affect the daily lives of Israeli and Palestinian men, women and
children? I cannot help but be aware that the slim glimmers of
hope in this terrible situation have consistently been provided by the
grassroots women's peace activists on both sides. Given this dismal
history of past performance, it is unthinkable not to include women,
large numbers of women, in the upcoming peace process.
You need us, because if the goal is not simply the absence of war, but
the creation of a sustainable peace by fostering fundamental societal
changes, we are crucial to everyone's security concerns.
You need us, because wars are no longer fought on battlefields. You
have brought the war home to us. Many more civilians than soldiers are being killed in ours and other conflicts around the world. The wars are being waged now on our doorsteps and in our living rooms and in our sacred houses and ceremonies of religious worship, and women have a vested interest in keeping families and communities safe.
You need us, because to honorably comply with your own legislation,
Resolution 1325, we must be included.
You need us because we continue to hold human rights and the sanctity
of life as paramount values, and unfortunately today, they are too
easily being bartered away as either obstacles to security policies or
as incongruent with national liberation aspirations.
You need us because we have developed a process and socio-political
fluency that keeps authentic and productive dialogue moving forward,
even as the violence escalates and both sides continue to terrorize
one another. Women's characteristic life experience gives us
the potential for two things: a very special kind of intelligence,
social intelligence, and a very special kind of courage, social
courage. We have developed the courage to cross the lines of
difference drawn between us, which are also the lines drawn inside our
heads. And the intelligence to do it safely, without a gun or a
bomb, and to do it productively. And most importantly, we are
learning to shift our positions, finding ourselves moving towards each
other, without tearing out our roots in the process. Even when
we are women whose very existence and narrative contradicts each
other, we will talk—we will not shoot.
You need us because we women are willing to sit together on the same
side of the table and together look at our complex joint history, with
the commitment and intention of not getting up until—in respect
and reciprocity—we can get up together and begin our new history
and fulfill our joint destiny.
There is much talk now about an International Peace Conference.
Colin Powell has already prepared us for the outcome, when he said
this week that no one should have high expectations from the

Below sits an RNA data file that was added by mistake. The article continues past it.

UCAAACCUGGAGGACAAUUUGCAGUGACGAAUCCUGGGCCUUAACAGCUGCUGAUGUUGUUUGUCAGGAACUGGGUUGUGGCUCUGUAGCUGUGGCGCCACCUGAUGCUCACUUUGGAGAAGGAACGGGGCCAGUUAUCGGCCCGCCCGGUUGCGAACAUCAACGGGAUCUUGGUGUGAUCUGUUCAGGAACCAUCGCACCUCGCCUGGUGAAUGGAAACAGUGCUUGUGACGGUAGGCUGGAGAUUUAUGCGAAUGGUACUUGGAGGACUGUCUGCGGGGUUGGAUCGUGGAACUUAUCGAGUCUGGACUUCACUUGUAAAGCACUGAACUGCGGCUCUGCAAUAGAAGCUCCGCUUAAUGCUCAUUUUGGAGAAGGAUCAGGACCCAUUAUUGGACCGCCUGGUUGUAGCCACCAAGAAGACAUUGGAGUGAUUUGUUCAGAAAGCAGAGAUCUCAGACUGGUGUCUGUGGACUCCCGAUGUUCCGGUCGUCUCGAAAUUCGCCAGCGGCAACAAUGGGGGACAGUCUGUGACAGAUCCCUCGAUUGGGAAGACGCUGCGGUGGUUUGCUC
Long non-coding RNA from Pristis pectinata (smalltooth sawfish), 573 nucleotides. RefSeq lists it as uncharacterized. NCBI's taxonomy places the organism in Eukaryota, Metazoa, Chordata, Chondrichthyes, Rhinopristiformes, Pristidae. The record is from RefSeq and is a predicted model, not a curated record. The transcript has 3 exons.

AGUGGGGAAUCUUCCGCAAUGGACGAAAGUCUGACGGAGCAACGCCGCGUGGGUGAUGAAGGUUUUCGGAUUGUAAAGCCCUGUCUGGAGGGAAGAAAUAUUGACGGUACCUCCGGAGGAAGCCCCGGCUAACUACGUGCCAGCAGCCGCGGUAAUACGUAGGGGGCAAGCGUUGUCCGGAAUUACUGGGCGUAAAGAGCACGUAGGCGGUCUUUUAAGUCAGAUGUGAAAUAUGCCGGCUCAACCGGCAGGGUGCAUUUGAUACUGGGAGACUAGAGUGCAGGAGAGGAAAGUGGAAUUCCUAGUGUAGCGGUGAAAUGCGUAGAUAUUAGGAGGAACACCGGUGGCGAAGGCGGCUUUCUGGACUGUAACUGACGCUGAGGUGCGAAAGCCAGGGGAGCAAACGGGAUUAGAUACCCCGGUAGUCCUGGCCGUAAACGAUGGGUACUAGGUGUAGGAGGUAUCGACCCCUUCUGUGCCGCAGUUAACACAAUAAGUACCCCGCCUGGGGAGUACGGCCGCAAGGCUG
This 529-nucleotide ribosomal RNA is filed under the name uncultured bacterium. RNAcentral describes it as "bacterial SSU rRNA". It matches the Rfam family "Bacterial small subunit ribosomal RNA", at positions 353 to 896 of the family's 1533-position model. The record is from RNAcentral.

conference. Women in the peace and anti-occupation movement in
Israel are recommending that expectations must remain higher than ever
before, because we cannot afford them not to be. We suggest now
just might be the moment to realize how critical our contribution is.
We have never had a voice or power at these tables, and quite possibly
we will get it wrong the first few times. But we would come with
what we believe are innovative and creative strategies, grounded in
democratic and feminist ideology and experience, and exemplified by
what women have managed to accomplish in civil society with little
resources and insignificant power.
We would change the discourse from the "for or against" model,
pro-Israeli/anti-Palestinian or pro-Palestinian/anti-Israeli.
This kind of inadequate and restricted thinking would be appropriate
if we were rooting for a football team, but we are not playing a game
any more. More than 2000 people have been killed during the past
20 months, and countless more disabled. Positions, conditions,
policies, and decisions must be evaluated as being pro-justice,
pro-life, and pro-dignity. Participating partners must be
challenged to conduct a moral impact analysis of their positions, and
a new and critical dimension of transparency must be introduced into
the negotiation process. What gets said and decided upon in the
sessions gets documented, and what gets documented gets disseminated
to both peoples, to be discussed and debated in uni-national town
meetings, and then to serve as a the basis for civil society
The upcoming peace conference, if it is to be held, must be
international, not regional. The international community shares
responsibility for the deterioration of the situation, and must be our
partners in fashioning and implementing a solution. My country,
Israel, has a long-standing fear of international intervention,
because we Jews have had a long and bitter experience of suffering
as the world stood by, not noticing. Now the Palestinians,
unfortunately, have come to share that kind of experience.